A Hundred Thousand Hours by Gro Dahle
(Translated by Rebecca Wadlinger)
Ugly Duckling Presse, 2013; 185 pp
Reviewed by Erin Lyndal Martin


From the start, the short poems that comprise the book-length A Hundred Thousand Hours are haunted, ominous. The poems which chronicle the more ordinary moments in the mother-daughter relationship around which the narrative centers only serve to make the eeriness of the other poems more pronounced. Yet, the relationship is far from a standard familial one—rather, it is all-encompassing, immersive, and so ambivalent that the daughter kisses her mother while thinking about stabbing her. In one portion, it is unclear whether the mother or daughter is the speaker, but the poems detail vicious anxieties about parenthood, each page revealing a new violent fantasy. Given that the book’s subject matter includes puberty, motherhood, romance, and old age, it is easy to believe that the poems on these nearly 200 pages chart the full expanse of a life (albeit a strange one).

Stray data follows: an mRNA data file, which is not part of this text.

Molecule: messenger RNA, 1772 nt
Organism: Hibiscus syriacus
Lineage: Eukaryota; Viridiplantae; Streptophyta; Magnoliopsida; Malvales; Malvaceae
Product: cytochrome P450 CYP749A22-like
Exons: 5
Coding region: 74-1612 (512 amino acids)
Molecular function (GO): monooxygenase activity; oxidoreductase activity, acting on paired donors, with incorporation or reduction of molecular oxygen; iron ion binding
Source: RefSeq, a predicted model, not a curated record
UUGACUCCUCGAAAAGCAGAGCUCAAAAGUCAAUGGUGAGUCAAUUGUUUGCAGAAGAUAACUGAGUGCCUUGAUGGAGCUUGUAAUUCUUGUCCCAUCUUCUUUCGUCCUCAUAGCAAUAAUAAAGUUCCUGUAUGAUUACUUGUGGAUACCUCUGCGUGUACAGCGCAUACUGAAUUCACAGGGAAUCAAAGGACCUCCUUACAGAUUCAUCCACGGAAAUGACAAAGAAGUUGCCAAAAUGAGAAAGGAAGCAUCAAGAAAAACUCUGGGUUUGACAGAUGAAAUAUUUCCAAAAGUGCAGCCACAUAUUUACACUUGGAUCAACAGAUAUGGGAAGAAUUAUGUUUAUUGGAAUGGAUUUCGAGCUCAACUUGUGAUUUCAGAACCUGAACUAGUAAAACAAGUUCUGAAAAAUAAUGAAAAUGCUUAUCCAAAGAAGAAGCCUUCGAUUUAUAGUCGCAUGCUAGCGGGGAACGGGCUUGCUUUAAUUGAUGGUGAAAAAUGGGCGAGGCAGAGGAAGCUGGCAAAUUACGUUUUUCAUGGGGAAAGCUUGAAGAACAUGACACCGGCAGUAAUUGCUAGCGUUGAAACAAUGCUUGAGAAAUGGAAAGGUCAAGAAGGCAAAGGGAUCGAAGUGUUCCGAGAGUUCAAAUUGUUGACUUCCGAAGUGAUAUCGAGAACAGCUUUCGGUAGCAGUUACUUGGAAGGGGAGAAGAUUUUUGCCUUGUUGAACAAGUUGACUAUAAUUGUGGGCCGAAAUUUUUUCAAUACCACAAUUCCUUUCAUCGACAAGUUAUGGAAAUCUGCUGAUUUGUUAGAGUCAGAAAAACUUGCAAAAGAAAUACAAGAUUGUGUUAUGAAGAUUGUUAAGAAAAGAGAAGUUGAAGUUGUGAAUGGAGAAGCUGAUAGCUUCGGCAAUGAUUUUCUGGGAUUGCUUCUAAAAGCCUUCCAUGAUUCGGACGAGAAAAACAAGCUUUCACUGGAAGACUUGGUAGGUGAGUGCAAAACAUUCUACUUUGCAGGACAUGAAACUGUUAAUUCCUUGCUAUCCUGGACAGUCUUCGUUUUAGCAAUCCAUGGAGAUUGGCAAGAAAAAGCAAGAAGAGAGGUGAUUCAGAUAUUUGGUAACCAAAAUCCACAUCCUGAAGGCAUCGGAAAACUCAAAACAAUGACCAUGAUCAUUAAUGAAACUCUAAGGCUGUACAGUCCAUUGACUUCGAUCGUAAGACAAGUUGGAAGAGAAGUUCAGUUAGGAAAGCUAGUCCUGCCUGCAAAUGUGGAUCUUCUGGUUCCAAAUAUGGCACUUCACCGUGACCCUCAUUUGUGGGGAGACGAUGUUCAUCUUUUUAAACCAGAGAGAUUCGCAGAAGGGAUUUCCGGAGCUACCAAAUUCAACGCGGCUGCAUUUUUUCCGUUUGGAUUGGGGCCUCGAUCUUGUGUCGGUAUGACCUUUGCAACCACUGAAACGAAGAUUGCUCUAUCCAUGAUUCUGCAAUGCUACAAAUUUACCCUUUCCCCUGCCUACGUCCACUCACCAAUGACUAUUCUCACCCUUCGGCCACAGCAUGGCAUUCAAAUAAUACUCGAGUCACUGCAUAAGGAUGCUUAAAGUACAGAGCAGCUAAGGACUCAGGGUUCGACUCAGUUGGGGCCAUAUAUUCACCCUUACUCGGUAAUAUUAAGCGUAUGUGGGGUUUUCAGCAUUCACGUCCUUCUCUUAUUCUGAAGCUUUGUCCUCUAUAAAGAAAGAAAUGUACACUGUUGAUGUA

Language is highly figurative and metaphorical here (“I am a trumpet on the floor”),so much so that it is hard to tell at times whether the imagery is literal or not. In one poem, the daughter exits a room via her mother’s uterus (“No other way than out.”), though it is unknown whether this is fanciful or actual.

While this book is a kind of verse novel, “verse” is the operative word, given that the language, rather than the plot or characters, is what compels readers forward.